NICK O’BRIEN, FMR COUNTERTERRORISM CHIEF, SCOTLAND YARD: It’s tragic, but I do think they’re credible. I’ve seen the pictures and it does look like he was in the van and it wouldn’t be unusual for that organisation to use someone like him in a suicide attack. Also, there’s further reporting that there were a number of suicide attacks at the same time and a number of foreign fighters were used and this could be a tactic of IS to get lots of publicity and to get their name on every front page – the front page of every newspaper round the world and I think it’ll work.

SEAN RUBINSZTEIN-DUNLOP: Before Jake Bilardi was a hardened militant, he was a bright but awkward student at Craigieburn Secondary College who was sometimes bullied.

JAKE BILARDI BLOG POST (Jan. 13, 2015, male voiceover): “I want to tell you my story, how I came from being an atheist school student in affluent Melbourne to a soldier of the Khilafah preparing to sacrifice my life for Islam in Ramadi, Iraq.”

SEAN RUBINSZTEIN-DUNLOP: Jake Bilardi was a keen writer and later kept a blog.

JAKE BILARDI BLOG POST (Jan. 13, 2015, male voiceover): “My life in Melbourne’s working-class suburbs was, despite having its ups and downs just like everyone else, very comfortable. I found myself excelling in my studies, just as my siblings had, and had dreamed of becoming a political journalist.”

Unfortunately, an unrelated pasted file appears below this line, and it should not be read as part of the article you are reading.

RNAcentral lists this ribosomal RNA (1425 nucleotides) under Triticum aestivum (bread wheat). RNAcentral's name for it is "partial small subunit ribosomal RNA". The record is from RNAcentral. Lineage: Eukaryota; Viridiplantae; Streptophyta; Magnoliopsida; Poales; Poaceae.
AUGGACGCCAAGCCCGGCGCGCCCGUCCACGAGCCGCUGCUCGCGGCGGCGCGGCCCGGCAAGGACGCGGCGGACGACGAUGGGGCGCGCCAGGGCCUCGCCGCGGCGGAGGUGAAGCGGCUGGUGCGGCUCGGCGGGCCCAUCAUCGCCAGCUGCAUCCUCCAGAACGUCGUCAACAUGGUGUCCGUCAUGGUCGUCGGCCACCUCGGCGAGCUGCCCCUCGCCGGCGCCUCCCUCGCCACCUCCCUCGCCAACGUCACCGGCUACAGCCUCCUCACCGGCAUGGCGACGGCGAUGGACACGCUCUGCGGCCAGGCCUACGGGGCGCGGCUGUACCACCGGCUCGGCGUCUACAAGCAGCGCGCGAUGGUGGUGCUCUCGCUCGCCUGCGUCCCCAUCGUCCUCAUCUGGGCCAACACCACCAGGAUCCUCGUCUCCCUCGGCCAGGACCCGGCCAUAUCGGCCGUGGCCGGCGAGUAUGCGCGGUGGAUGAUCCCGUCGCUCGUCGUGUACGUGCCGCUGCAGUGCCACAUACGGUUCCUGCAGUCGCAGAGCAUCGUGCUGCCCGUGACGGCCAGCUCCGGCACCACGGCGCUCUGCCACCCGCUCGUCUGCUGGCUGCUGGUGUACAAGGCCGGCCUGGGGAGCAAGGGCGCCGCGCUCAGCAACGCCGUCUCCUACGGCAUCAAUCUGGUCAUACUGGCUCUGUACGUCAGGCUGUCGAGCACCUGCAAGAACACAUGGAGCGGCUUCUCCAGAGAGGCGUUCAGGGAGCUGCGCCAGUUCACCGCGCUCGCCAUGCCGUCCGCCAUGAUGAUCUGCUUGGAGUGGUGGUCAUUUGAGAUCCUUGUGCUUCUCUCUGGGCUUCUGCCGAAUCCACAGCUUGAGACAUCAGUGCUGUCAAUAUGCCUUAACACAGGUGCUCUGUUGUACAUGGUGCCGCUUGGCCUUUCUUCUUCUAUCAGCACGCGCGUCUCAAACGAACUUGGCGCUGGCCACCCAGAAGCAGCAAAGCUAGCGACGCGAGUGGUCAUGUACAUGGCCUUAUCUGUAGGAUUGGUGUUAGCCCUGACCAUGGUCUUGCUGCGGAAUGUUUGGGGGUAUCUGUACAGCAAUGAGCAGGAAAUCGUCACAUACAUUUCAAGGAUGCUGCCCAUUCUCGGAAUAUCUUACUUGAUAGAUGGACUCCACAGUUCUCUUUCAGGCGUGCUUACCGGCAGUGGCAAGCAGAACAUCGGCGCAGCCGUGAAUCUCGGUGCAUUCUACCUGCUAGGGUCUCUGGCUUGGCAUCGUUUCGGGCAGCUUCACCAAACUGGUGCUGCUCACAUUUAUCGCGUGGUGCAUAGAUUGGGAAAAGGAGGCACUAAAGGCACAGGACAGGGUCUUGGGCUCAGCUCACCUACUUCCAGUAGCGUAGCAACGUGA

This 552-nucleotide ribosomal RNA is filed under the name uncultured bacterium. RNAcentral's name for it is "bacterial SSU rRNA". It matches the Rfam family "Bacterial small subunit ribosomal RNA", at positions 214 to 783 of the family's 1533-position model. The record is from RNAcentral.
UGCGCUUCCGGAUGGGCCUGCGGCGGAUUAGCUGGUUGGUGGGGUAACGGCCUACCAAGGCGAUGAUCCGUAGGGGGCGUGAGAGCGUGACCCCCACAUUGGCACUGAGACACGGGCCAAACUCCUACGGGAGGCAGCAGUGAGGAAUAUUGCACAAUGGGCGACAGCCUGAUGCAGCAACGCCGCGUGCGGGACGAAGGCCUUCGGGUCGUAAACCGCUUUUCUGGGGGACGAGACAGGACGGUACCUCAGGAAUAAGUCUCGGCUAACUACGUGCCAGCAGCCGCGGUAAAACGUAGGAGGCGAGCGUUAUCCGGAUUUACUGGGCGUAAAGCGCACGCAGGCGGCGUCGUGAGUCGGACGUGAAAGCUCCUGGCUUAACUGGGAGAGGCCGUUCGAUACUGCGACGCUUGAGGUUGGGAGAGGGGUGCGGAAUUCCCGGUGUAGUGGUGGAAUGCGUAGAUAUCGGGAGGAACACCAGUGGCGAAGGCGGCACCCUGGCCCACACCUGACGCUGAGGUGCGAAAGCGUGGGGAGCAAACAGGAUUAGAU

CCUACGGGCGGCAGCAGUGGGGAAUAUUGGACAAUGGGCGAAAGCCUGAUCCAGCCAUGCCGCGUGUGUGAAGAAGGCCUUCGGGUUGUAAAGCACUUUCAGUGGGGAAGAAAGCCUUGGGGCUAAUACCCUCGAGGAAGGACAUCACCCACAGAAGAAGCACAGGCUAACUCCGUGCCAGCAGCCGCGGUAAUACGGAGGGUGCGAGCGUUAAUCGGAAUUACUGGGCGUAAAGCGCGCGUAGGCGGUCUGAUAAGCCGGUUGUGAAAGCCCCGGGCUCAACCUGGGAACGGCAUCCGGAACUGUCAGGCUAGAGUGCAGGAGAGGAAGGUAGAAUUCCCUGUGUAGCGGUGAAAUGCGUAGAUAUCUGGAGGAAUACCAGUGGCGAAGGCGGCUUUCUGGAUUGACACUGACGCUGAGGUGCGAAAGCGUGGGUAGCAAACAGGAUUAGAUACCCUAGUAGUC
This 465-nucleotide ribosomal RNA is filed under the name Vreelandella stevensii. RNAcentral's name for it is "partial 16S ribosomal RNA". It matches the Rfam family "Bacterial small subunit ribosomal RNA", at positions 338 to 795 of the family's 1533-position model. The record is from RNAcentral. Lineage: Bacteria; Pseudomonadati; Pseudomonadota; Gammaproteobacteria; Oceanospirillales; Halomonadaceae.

SEAN RUBINSZTEIN-DUNLOP: Jake Bilardi lost his mother to cancer in 2012 and lived with his older siblings. In the blog he’s believed to have written, titled “From the Eyes of an Immigrant in the Land of the Caliphate”, he wrote how he’d become obsessed with the Taliban.

JAKE BILARDI BLOG POST (Jan. 13, 2015, male voiceover): “It was from my investigations into the invasions and occupations of both Iraq and Afghanistan that gave birth to my disdain for the United States and its allies, including Australia. ”

GREG BARTON, GLOBAL TERRORISM RESEARCH CENTRE: The unusual thing with Jake Bilardi is that he got into this at such an early age, largely by himself. The loss of his mother to cancer must have really unsettled him a little bit. He was clearly a bit of a shy loner at school, but very bright.